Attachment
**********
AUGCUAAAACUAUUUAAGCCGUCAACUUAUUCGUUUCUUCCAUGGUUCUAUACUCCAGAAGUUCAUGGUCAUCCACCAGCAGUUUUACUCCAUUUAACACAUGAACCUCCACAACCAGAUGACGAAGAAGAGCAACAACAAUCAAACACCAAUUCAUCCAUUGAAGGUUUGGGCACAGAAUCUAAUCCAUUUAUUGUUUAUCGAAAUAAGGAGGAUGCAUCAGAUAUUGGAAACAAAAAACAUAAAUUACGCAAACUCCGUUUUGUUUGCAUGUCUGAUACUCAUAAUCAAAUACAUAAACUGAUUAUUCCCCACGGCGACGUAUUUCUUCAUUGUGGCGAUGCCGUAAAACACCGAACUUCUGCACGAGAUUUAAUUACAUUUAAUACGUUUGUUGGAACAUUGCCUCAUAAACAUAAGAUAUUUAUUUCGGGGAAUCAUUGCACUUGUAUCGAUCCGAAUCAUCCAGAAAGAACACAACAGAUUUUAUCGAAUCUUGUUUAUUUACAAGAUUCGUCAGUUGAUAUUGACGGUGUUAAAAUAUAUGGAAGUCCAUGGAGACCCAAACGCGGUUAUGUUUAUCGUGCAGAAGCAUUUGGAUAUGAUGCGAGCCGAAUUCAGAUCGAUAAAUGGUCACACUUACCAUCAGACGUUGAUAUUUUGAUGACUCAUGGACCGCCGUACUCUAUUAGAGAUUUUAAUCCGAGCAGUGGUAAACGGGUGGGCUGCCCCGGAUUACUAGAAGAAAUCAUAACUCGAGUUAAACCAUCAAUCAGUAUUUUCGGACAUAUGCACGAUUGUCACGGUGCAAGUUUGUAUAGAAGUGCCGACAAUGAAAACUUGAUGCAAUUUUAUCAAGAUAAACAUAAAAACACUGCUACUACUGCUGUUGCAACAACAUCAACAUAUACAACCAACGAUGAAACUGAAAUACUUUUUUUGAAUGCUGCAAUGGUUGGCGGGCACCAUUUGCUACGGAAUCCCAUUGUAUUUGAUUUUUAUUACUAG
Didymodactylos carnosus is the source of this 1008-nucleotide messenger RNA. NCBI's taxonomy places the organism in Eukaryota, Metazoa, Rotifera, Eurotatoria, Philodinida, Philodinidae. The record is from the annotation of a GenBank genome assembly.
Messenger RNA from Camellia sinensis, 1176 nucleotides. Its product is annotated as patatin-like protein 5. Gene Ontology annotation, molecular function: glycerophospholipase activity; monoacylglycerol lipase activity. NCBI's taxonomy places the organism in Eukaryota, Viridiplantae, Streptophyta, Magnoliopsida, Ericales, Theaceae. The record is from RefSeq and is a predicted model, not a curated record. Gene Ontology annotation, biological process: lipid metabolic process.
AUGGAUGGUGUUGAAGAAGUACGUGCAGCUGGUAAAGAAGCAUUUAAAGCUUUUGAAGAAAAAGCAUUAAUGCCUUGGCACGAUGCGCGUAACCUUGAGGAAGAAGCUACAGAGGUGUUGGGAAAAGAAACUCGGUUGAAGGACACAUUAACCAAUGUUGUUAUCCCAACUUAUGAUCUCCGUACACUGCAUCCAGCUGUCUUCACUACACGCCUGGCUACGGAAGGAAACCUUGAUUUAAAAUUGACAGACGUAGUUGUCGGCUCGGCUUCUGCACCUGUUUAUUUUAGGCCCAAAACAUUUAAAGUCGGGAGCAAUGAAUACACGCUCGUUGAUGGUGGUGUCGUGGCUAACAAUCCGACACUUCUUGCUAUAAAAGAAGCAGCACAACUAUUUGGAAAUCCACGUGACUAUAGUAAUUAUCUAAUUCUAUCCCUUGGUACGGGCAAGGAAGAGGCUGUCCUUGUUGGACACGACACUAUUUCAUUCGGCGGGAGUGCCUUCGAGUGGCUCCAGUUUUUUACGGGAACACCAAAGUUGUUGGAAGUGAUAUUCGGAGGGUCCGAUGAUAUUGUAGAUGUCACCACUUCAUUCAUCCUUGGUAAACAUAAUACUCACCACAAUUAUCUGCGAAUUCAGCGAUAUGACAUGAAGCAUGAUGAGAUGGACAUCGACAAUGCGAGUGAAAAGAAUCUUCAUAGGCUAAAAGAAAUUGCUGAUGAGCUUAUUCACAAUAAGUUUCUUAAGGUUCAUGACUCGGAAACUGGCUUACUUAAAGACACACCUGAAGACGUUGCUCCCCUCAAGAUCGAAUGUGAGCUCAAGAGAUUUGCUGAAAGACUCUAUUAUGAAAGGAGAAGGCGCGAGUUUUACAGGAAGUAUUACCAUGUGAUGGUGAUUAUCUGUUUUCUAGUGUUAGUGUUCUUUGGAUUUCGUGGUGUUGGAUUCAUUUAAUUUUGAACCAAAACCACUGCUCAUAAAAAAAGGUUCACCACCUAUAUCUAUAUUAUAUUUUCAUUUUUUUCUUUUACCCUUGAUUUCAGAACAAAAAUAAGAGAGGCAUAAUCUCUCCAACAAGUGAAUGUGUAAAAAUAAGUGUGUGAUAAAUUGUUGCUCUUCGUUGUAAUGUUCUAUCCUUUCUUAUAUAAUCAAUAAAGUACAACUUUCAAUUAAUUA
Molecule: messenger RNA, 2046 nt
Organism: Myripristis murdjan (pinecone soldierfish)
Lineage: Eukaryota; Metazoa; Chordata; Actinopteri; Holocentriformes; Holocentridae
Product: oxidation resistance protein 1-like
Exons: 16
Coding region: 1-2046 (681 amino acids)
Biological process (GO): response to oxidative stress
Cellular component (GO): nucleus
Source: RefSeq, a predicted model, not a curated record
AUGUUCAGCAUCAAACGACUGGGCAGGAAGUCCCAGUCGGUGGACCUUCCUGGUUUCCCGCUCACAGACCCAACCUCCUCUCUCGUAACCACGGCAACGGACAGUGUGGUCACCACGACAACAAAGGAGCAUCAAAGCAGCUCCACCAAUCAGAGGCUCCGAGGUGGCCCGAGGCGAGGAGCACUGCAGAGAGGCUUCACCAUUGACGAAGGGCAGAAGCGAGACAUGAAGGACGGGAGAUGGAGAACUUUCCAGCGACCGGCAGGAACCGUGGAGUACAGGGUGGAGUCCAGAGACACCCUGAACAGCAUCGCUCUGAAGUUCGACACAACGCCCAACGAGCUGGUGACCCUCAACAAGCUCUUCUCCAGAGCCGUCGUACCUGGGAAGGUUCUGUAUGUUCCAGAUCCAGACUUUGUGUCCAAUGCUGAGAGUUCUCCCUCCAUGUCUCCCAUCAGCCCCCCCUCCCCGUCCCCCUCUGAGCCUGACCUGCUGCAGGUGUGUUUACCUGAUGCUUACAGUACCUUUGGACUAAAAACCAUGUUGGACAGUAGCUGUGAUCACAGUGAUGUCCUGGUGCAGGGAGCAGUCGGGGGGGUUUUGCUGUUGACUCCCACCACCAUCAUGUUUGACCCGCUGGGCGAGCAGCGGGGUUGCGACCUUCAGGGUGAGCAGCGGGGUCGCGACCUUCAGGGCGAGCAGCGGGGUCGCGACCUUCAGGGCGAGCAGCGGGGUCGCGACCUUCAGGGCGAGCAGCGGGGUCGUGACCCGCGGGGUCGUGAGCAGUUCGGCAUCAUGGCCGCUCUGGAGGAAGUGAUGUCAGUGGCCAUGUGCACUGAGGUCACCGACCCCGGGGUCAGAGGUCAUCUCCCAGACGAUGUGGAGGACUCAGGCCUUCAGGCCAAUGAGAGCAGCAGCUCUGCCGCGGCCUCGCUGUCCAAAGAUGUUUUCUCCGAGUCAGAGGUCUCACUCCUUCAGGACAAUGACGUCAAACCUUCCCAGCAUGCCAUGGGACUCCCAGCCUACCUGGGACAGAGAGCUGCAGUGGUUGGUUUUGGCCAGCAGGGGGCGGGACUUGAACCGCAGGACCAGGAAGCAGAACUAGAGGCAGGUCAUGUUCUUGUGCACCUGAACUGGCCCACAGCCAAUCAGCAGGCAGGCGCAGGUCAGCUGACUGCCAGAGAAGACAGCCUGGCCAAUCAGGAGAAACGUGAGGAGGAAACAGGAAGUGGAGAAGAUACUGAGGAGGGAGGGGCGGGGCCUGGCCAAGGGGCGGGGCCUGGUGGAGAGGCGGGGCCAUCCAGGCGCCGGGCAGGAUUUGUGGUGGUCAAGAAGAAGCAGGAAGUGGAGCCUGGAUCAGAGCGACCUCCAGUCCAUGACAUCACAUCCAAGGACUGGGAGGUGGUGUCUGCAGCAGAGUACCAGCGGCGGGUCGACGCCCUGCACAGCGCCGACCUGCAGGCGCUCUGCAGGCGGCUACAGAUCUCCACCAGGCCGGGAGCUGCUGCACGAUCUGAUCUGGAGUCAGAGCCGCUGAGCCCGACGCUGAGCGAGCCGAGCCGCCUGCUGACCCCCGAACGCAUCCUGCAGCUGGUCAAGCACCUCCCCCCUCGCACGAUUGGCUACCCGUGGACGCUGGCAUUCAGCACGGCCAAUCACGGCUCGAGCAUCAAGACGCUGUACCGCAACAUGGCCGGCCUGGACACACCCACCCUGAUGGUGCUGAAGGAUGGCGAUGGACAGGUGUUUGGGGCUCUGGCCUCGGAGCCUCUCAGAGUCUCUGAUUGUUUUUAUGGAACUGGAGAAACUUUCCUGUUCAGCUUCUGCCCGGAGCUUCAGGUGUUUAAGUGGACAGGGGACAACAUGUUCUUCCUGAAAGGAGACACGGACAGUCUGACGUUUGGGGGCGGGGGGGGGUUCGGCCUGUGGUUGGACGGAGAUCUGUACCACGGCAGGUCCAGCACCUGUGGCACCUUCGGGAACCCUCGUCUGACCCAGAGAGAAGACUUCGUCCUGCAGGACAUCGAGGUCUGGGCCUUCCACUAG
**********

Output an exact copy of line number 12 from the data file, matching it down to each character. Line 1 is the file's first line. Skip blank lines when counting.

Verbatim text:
Cellular component (GO): nucleus